Andreas Niekler: is a postdoctoral research assistant at the Institute of Computer Science at the University of Leipzig in the Department of Natural Language Processing. He develops computer-based content analysis methods for the social sciences with a focus on machine learning and data management. In a former project he developed the content analysis platform Leipzig Corpus Minder (LCM). He is also a lecturer in text mining and data management and is involved in projects for the discussion and assessment of media quality and data journalism.
Gregor Wiedemann: works in the language technology (LT) group at Hamburg University. He studied political science and computer science in Leipzig and Miami. In 2016, he received his doctoral degree in computer science for his dissertation “Text Mining for Qualitative Data Analysis in the Social Sciences” from Leipzig University. Wiedemann has worked in several projects in the fields of digital humanities and computational social science in which he developed methods and workflows to analyze large text collections.
Christian Kahmann: Christian Kahmann has finished a master of Computer Science at University Leipzig in 2016. The topic of his master thesis was causal inference using gaussian processes. Since 2016 he is part of the academic staff in the department for natural language processing at the University Leipzig. His research fields are: Data Mining, Semantic Change and Causal Inference.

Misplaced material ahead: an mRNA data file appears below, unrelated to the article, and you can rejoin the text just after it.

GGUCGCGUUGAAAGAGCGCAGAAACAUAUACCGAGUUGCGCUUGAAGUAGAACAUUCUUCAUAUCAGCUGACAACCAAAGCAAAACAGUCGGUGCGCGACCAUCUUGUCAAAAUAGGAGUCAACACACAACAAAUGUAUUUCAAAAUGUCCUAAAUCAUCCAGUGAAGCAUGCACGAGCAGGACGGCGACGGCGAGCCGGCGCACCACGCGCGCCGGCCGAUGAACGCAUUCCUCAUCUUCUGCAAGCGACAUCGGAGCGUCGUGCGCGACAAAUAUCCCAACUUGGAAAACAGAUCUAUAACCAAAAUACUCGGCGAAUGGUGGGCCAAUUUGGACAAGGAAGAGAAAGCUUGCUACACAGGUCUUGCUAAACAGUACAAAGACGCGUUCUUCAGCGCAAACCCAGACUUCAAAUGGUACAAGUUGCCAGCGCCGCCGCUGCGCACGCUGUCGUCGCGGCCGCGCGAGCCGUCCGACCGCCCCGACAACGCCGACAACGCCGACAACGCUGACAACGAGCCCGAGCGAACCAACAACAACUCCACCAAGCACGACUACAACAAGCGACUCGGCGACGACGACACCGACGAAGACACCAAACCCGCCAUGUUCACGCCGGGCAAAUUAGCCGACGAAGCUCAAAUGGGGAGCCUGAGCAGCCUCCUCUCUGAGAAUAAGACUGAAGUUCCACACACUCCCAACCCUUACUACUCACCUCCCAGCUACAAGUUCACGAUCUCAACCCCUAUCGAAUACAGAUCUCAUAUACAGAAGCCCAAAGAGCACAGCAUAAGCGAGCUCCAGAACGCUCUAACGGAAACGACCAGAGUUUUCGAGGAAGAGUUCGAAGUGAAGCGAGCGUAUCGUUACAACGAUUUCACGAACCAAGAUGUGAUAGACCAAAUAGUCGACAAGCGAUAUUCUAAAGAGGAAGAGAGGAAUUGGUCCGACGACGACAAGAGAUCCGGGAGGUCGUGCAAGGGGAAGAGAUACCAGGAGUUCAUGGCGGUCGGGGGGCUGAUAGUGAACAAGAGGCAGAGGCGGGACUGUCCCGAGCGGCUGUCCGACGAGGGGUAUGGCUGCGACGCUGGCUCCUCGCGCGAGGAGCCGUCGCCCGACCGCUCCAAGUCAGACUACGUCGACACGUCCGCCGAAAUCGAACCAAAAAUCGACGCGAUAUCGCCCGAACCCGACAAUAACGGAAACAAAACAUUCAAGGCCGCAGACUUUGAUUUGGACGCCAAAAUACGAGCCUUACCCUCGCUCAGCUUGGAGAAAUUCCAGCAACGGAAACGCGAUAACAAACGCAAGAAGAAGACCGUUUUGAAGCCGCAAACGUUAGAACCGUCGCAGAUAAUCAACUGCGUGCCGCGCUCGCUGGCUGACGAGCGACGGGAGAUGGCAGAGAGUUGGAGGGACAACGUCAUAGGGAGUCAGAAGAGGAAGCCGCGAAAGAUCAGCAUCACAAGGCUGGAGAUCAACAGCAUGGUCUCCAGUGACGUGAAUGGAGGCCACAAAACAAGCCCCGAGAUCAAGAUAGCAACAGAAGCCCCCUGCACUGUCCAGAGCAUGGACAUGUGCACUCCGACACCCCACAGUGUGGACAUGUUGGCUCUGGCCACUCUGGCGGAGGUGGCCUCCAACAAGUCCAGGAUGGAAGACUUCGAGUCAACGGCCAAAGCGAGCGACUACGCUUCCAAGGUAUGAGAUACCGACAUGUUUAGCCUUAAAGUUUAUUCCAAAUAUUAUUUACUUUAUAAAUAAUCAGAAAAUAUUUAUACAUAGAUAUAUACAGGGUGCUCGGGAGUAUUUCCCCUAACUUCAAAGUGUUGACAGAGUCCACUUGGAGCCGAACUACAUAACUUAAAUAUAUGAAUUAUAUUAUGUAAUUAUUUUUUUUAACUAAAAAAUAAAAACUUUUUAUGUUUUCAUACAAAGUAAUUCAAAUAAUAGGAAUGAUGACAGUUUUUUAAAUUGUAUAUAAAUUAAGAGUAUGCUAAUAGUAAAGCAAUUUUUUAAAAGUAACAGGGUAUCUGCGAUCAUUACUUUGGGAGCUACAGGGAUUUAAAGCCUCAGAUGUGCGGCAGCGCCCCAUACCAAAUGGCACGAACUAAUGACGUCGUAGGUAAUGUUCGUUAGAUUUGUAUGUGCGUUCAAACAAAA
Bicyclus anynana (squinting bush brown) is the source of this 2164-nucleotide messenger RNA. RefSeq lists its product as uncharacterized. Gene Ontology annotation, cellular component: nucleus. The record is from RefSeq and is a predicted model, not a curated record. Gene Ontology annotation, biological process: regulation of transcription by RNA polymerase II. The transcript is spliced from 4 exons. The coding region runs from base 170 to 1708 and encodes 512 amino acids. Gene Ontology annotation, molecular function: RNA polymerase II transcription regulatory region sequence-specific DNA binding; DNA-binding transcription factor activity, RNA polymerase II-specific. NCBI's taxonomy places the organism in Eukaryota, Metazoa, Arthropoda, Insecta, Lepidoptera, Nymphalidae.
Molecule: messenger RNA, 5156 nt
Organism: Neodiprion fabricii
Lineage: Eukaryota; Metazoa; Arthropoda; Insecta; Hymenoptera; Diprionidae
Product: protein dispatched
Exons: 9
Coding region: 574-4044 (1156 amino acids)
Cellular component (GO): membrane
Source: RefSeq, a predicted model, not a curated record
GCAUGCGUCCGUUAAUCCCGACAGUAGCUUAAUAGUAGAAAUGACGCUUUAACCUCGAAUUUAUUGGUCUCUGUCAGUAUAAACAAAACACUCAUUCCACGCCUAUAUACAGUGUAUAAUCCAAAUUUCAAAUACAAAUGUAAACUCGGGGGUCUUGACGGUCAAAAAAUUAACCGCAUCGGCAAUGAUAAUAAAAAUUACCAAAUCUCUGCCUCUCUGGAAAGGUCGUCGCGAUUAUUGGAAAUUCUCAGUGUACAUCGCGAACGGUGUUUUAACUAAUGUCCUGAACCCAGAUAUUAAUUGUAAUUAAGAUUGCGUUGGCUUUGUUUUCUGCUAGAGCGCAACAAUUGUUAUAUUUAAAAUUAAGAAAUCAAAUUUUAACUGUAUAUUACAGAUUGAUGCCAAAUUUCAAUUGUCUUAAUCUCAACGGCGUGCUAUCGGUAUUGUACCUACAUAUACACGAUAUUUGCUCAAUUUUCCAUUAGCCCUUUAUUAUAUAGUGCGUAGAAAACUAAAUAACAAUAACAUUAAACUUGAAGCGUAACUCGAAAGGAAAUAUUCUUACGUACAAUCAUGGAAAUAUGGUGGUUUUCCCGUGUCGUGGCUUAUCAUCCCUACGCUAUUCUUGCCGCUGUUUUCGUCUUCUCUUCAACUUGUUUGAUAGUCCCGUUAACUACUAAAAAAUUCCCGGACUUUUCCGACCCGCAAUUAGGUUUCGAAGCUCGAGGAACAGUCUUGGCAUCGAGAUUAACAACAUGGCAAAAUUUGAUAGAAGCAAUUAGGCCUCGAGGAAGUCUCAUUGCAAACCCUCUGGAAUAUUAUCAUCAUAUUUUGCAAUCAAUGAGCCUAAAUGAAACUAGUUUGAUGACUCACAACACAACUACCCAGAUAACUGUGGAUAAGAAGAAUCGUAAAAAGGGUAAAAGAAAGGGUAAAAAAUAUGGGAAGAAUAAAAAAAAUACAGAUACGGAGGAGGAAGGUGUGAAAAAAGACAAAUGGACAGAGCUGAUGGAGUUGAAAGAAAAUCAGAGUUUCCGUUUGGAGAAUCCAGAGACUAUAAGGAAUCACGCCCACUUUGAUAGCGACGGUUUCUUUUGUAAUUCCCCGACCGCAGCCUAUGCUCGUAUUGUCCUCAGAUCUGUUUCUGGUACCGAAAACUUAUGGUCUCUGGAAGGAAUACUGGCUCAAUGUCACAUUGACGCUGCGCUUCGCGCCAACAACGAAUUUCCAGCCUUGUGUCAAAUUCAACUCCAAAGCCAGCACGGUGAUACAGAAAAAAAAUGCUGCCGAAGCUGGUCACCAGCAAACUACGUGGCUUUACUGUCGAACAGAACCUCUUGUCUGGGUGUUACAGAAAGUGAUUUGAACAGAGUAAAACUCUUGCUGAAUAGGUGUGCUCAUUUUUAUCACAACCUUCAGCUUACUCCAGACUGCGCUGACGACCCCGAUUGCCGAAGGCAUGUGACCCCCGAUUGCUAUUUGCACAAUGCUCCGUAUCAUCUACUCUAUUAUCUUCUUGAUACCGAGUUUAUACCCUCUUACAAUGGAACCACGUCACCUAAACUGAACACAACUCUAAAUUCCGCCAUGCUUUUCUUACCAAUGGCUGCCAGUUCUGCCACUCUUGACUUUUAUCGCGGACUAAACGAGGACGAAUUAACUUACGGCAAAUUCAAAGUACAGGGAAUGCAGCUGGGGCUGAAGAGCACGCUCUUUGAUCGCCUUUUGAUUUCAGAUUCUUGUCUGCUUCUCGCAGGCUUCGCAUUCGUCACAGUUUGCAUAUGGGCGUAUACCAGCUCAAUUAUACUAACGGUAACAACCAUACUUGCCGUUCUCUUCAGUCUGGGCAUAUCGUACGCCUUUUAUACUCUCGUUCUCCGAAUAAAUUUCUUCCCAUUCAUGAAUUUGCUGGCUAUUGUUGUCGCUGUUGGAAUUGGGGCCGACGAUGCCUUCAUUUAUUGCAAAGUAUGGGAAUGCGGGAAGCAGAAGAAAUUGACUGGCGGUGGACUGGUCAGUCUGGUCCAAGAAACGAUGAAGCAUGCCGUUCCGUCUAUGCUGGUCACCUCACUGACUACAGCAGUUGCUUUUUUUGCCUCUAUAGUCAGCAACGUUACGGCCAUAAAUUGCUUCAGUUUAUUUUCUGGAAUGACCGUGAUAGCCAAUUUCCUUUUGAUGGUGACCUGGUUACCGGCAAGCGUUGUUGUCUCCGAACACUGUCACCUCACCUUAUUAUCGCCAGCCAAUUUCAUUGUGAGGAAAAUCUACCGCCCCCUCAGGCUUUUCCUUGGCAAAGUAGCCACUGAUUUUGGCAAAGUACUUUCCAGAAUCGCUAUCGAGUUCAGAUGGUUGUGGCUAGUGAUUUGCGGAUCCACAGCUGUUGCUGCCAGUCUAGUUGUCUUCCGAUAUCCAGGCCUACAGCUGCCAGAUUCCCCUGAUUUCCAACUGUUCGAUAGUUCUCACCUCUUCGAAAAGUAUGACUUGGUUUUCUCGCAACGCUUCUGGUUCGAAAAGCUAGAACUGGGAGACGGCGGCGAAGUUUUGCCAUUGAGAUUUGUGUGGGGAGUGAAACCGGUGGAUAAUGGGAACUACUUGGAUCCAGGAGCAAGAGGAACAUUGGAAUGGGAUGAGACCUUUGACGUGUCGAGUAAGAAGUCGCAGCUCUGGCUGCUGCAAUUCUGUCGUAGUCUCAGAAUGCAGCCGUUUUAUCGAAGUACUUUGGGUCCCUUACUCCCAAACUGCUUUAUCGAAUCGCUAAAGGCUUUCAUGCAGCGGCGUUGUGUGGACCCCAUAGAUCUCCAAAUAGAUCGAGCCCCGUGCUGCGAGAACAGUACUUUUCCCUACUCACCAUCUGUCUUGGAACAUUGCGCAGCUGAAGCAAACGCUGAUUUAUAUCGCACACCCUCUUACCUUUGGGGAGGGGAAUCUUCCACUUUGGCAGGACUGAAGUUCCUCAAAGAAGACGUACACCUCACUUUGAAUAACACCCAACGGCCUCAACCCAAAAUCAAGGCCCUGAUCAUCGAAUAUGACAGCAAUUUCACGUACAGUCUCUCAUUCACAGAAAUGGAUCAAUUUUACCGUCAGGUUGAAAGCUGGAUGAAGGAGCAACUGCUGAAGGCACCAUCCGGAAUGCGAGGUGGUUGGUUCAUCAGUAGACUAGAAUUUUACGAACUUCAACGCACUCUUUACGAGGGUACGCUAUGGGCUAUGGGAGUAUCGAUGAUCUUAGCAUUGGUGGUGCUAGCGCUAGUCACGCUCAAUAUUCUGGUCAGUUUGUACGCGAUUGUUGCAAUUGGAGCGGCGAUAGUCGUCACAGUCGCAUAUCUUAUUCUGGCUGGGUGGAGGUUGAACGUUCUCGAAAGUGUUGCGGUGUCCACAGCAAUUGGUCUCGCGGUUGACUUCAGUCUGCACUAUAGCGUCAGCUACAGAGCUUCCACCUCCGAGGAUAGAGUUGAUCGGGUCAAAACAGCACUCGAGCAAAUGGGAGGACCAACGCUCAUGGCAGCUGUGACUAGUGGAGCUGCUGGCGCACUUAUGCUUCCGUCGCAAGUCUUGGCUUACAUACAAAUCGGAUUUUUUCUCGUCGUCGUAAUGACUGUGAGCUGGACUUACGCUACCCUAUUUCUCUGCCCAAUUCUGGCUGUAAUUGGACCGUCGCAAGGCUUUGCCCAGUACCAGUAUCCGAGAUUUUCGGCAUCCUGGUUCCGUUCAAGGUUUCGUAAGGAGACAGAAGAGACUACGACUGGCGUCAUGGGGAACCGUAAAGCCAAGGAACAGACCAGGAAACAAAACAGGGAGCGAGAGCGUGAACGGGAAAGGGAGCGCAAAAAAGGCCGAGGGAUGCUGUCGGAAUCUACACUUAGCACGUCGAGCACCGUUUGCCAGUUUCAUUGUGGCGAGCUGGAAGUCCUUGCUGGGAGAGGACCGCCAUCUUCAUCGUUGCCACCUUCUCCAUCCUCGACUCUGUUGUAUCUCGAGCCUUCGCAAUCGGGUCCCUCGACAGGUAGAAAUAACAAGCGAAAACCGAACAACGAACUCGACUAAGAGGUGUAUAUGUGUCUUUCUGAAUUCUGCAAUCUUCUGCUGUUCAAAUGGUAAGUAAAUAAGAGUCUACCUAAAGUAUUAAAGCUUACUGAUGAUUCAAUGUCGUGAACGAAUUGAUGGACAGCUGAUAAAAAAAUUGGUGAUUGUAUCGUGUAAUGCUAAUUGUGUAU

Kenan Erdogan: is a software engineer with a strong background in Scientific Computing. Before joining the Notebook-Team at GESIS he worked on the WikiWho project, making large online collaboration networks available to Social Science research.
Lisa Posch: is a doctoral student in the Department Computational Social Science at GESIS. Her research is focused on crowdsourcing and language models, and their application within the the field of Computational Social Science.
Arnim Bleier: is a postdoctoral researcher in the Department Computational Social Science at GESIS. His research interests are in the field of Computational Social Science, with an emphasis on Reproducible Research. In collaboration with social scientists, he develops Bayesian models for the content, structure and dynamics of social phenomena.
Gerhard Heyer: has studied Mathematical Logic and Philosophy at Cambridge University (Philosophy Tripos, Christ’s College 1973-1976, Robert-Birley Scholarship), and General Linguistics at the University of the Ruhr, where he received his Ph.D. in 1983. After research on AI based natural language processing at the University of Michigan, Ann Arbor, with support by the Alexander-von-Humboldt Foundation (Feodor-Lynen Scholarship) he has been working as a systems specialist and manager within activities on research and development in electronic publishing and natural language processing. Since April 1994, Gerhard Heyer holds the chair on Automatic Language Processing at the computer science department of the University of Leipzig. His field of research is focussed on automatic semantic processing of natural language text with applications in the area of information retrieval and search as well as knowledge management.